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America appear asked attacked attention become belief birth body Boston Carlyle century Christian church Compensation conventions creed criticism dead deal deep difference DIVINITY dominant doubt easily Emerson England essay Essex Hall Lecture eternal event evil experience eyes fact faith feeling ferment future given grave happy Harvard hear heart History hope Human Nature hundred Ideas independence influence Jesus kind least listen literary live London look lose man's Mass mean mind movement never Newman once opinion optimism Oxford past peace perfect perhaps preachers quiet race readers Reformers religion religious remained remarked remember respect seemed sense serene side Signs slave social Society soul speak speech spirit stands Study Theology things thought to-day truth turn union Unitarian University walk whole write written
Page 29 - We are all a little wild here with numberless projects of social reform. Not a reading man but has a draft of a new Community in his waistcoat pocket.
Page 35 - BY the rude bridge that arched the flood, Their flag to April's breeze unfurled, Here once the embattled farmers stood And fired the shot heard round the world. The foe long since in silence slept; Alike the conqueror silent sleeps ; And Time the ruined bridge has swept Down the dark stream which seaward creeps. On this green bank, by this soft stream, We set to-day a...
Page 18 - Trances the heart through chanting choirs, And through the priest the mind inspires. The word unto the prophet spoken Was writ on tables yet unbroken ; The word by seers or sibyls told, In groves of oak; or fanes of gold, Still floats upon the morning wind, Still whispers to the willing mind. One accent of the Holy Ghost The heedless world hath never lost.
Page 41 - To what a painful perversion had Gothic theology arrived, that Swedenborg admitted no conversion for evil spirits! But the divine effort is never relaxed; the carrion in the sun will convert itself to grass and flowers; and man, though in brothels, or jails, or on gibbets, is on his way to all that is good and true.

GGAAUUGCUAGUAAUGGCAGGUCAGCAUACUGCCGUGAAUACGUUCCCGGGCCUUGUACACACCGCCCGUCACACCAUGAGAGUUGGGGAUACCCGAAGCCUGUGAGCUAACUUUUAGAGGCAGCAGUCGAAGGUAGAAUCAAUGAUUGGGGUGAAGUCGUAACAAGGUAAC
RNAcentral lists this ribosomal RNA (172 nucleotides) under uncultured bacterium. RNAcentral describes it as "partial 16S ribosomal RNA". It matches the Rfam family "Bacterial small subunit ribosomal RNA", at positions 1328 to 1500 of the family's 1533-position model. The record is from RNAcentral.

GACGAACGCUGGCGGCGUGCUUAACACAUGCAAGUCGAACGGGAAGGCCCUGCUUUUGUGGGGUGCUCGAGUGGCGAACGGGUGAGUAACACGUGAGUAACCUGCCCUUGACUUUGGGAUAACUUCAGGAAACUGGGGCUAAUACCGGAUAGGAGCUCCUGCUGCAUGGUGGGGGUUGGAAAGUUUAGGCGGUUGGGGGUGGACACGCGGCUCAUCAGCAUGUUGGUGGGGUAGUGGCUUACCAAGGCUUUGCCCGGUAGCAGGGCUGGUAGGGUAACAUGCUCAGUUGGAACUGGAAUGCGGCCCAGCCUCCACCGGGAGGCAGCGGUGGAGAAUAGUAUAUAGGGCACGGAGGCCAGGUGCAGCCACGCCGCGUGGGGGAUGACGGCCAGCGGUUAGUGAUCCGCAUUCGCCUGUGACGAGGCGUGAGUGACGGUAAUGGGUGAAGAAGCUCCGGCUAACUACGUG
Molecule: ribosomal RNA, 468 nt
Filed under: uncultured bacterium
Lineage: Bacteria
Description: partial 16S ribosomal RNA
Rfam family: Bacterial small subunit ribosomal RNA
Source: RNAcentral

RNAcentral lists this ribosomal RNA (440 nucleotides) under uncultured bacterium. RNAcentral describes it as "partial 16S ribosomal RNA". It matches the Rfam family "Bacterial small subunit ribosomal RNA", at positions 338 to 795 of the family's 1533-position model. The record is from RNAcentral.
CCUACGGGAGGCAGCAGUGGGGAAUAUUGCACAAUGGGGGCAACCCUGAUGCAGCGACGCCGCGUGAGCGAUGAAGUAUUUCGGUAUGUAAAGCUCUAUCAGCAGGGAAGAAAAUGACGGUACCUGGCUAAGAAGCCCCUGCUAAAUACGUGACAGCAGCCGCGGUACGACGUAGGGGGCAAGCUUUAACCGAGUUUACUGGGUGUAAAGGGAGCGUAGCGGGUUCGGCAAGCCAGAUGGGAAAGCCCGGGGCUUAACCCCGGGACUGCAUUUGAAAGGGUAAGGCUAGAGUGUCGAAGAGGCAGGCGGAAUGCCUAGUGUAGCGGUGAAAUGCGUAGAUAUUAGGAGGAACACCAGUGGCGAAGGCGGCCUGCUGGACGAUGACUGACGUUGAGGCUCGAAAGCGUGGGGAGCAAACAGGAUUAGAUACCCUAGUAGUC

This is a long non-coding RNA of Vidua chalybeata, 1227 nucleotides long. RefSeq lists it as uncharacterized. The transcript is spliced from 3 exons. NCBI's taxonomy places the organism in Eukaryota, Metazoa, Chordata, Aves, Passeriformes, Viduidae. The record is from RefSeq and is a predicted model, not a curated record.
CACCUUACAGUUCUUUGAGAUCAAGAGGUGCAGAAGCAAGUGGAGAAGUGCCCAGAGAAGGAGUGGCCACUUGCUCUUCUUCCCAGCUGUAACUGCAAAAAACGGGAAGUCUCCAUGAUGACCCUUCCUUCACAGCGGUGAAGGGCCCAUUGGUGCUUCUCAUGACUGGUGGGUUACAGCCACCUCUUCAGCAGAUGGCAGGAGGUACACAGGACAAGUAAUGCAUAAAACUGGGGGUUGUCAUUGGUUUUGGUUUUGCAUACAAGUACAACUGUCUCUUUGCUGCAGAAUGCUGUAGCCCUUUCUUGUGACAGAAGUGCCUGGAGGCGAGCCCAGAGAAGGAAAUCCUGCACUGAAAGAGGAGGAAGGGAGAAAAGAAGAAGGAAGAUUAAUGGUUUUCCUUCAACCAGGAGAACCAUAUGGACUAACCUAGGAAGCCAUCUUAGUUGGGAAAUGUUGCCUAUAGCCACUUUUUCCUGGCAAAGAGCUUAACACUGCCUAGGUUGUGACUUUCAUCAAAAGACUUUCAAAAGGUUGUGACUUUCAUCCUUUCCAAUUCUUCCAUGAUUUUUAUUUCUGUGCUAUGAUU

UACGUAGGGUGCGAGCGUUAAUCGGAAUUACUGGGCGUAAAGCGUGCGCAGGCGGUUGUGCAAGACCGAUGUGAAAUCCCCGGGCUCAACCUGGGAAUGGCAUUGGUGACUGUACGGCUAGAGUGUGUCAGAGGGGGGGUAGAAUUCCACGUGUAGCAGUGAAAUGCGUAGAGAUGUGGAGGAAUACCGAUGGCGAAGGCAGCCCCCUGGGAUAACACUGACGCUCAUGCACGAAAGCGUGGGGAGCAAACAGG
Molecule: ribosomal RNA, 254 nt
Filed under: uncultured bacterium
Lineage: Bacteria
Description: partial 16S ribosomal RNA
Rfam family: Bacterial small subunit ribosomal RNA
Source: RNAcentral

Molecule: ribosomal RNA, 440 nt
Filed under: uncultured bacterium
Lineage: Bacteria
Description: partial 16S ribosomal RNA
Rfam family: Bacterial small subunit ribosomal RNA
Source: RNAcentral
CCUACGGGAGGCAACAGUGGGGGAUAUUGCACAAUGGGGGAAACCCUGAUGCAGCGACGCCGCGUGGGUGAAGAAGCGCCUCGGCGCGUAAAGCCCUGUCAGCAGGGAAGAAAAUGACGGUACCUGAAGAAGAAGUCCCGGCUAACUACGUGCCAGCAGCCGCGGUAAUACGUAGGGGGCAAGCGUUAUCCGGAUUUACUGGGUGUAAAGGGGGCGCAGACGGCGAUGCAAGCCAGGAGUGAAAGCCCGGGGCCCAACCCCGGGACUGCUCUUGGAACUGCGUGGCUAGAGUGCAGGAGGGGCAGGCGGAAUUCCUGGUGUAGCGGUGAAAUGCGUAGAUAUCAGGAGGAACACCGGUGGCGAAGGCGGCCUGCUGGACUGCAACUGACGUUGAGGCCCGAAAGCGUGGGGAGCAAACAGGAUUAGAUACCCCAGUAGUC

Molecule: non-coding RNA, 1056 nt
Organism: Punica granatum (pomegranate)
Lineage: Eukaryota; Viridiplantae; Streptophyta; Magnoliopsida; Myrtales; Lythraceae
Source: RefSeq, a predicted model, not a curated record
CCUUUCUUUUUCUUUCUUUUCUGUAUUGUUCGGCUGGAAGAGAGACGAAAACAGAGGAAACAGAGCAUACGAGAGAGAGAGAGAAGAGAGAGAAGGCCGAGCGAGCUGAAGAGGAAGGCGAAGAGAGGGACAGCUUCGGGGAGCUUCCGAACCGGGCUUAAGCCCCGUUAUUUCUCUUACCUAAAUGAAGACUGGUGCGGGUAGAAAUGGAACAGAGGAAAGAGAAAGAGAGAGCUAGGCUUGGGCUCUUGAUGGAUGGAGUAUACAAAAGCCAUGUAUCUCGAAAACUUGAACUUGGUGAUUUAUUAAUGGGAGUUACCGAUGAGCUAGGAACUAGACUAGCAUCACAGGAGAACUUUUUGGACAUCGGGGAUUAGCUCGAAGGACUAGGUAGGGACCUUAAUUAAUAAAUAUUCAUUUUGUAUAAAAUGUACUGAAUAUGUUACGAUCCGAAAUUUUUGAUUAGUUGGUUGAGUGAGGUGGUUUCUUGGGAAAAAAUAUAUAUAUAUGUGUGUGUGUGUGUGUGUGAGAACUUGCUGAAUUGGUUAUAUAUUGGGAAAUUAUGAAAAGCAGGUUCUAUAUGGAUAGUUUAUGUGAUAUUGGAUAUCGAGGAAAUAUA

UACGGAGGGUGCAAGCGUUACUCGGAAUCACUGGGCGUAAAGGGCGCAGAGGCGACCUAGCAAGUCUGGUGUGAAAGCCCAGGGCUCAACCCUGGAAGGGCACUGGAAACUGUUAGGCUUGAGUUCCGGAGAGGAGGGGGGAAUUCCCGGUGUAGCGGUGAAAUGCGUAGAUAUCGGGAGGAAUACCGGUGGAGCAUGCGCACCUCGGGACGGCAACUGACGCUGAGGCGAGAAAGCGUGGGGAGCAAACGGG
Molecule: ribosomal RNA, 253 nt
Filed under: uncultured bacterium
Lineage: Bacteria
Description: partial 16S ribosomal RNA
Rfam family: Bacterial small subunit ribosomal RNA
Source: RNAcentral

Page 28 - ... mischief was in our diet, that we eat and drink damnation. These made unleavened bread, and were foes to the death to fermentation. It was in vain urged by the housewife that God made yeast, as well as dough, and loves fermentation just as dearly as he loves vegetation; that fermentation develops the saccharine element in the grain, and makes it more palatable and more digestible.
Page 46 - They are partial; they are not equal to the work they pretend. They lose their way; in the assault on the kingdom of darkness they expend all their energy on some accidental evil, and lose their sanity and power of benefit. It is of little moment that one or two or twenty errors of our social system be corrected, but of much that the man be in his senses.
Page 22 - We used to walk in from the country to the Masonic Temple (I think it was), through the crisp winter night, and listen to that thrilling voice of his, so charged with subtle meaning and subtle music, as shipwrecked men on a raft to the hail of a ship that came with unhoped-for food and rescue.
Page 39 - Nothing shall warp me from the belief that every man is a lover of truth. There is no pure lie, no pure malignity in nature. The entertainment of the proposition of depravity is the last profligacy and profanation. There is no skepticism, no atheism but that. Could it be received into common belief, suicide would unpeople the planet.
Page 25 - Yet there happened in my time one noble speaker, who was full of gravity in his speaking. His language (where he could spare or pass by a jest) was nobly censorious. No man ever spake more neatly, more pressly, more weightily, or suffered less emptiness, less idleness, in what he uttered.
Page 29 - ... and the horse from the cart, the hundred acres of the farm must be spaded, and the man must walk wherever boats and locomotives will not carry him. Even the insect world was to be defended, that had been too long neglected, and a society for the protection of ground-worms, slugs and musquitos was to be incorporated without delay. With these appeared the adepts of homoeopathy, of hydropathy, of mesmerism, of phrenology, and their wonderful theories of the Christian miracles.